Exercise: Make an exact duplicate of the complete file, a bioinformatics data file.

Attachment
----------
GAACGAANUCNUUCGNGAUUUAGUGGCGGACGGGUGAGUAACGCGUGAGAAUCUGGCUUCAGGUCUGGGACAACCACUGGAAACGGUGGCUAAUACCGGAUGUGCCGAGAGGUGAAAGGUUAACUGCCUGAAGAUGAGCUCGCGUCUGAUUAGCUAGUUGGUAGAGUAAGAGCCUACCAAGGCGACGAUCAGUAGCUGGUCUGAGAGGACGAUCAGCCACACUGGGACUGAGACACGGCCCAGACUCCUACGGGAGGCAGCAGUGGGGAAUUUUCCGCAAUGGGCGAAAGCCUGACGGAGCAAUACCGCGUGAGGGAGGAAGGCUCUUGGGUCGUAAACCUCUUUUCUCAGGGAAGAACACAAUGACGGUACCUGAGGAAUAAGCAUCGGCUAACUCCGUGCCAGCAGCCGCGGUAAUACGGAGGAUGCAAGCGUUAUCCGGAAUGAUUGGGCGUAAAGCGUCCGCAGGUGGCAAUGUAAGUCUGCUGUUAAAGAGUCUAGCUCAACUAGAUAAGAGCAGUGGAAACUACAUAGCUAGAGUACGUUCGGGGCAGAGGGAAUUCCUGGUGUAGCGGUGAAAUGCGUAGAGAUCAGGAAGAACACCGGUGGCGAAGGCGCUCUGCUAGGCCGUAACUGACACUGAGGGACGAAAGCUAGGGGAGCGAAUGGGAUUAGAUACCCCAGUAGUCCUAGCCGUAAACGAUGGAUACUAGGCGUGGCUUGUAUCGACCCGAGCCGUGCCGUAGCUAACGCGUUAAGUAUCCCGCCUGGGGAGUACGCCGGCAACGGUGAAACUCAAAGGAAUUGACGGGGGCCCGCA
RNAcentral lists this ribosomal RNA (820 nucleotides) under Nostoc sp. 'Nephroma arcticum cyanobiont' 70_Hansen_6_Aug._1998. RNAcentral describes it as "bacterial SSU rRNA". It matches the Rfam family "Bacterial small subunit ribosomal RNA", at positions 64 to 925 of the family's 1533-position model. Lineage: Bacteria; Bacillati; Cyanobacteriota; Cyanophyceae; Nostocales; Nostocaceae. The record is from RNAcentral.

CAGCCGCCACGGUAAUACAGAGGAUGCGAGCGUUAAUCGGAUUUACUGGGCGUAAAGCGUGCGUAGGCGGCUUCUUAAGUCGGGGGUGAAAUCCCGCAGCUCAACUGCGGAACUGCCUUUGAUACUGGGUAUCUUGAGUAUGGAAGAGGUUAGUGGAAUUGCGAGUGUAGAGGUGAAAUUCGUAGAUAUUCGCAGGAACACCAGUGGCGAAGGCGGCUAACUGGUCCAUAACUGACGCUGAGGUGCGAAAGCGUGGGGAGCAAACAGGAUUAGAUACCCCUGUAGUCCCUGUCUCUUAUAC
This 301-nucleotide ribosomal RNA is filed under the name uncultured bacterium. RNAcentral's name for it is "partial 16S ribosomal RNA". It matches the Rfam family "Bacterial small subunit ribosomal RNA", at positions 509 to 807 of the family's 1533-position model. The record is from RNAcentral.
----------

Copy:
GAACGAANUCNUUCGNGAUUUAGUGGCGGACGGGUGAGUAACGCGUGAGAAUCUGGCUUCAGGUCUGGGACAACCACUGGAAACGGUGGCUAAUACCGGAUGUGCCGAGAGGUGAAAGGUUAACUGCCUGAAGAUGAGCUCGCGUCUGAUUAGCUAGUUGGUAGAGUAAGAGCCUACCAAGGCGACGAUCAGUAGCUGGUCUGAGAGGACGAUCAGCCACACUGGGACUGAGACACGGCCCAGACUCCUACGGGAGGCAGCAGUGGGGAAUUUUCCGCAAUGGGCGAAAGCCUGACGGAGCAAUACCGCGUGAGGGAGGAAGGCUCUUGGGUCGUAAACCUCUUUUCUCAGGGAAGAACACAAUGACGGUACCUGAGGAAUAAGCAUCGGCUAACUCCGUGCCAGCAGCCGCGGUAAUACGGAGGAUGCAAGCGUUAUCCGGAAUGAUUGGGCGUAAAGCGUCCGCAGGUGGCAAUGUAAGUCUGCUGUUAAAGAGUCUAGCUCAACUAGAUAAGAGCAGUGGAAACUACAUAGCUAGAGUACGUUCGGGGCAGAGGGAAUUCCUGGUGUAGCGGUGAAAUGCGUAGAGAUCAGGAAGAACACCGGUGGCGAAGGCGCUCUGCUAGGCCGUAACUGACACUGAGGGACGAAAGCUAGGGGAGCGAAUGGGAUUAGAUACCCCAGUAGUCCUAGCCGUAAACGAUGGAUACUAGGCGUGGCUUGUAUCGACCCGAGCCGUGCCGUAGCUAACGCGUUAAGUAUCCCGCCUGGGGAGUACGCCGGCAACGGUGAAACUCAAAGGAAUUGACGGGGGCCCGCA
RNAcentral lists this ribosomal RNA (820 nucleotides) under Nostoc sp. 'Nephroma arcticum cyanobiont' 70_Hansen_6_Aug._1998. RNAcentral describes it as "bacterial SSU rRNA". It matches the Rfam family "Bacterial small subunit ribosomal RNA", at positions 64 to 925 of the family's 1533-position model. Lineage: Bacteria; Bacillati; Cyanobacteriota; Cyanophyceae; Nostocales; Nostocaceae. The record is from RNAcentral.

CAGCCGCCACGGUAAUACAGAGGAUGCGAGCGUUAAUCGGAUUUACUGGGCGUAAAGCGUGCGUAGGCGGCUUCUUAAGUCGGGGGUGAAAUCCCGCAGCUCAACUGCGGAACUGCCUUUGAUACUGGGUAUCUUGAGUAUGGAAGAGGUUAGUGGAAUUGCGAGUGUAGAGGUGAAAUUCGUAGAUAUUCGCAGGAACACCAGUGGCGAAGGCGGCUAACUGGUCCAUAACUGACGCUGAGGUGCGAAAGCGUGGGGAGCAAACAGGAUUAGAUACCCCUGUAGUCCCUGUCUCUUAUAC
This 301-nucleotide ribosomal RNA is filed under the name uncultured bacterium. RNAcentral's name for it is "partial 16S ribosomal RNA". It matches the Rfam family "Bacterial small subunit ribosomal RNA", at positions 509 to 807 of the family's 1533-position model. The record is from RNAcentral.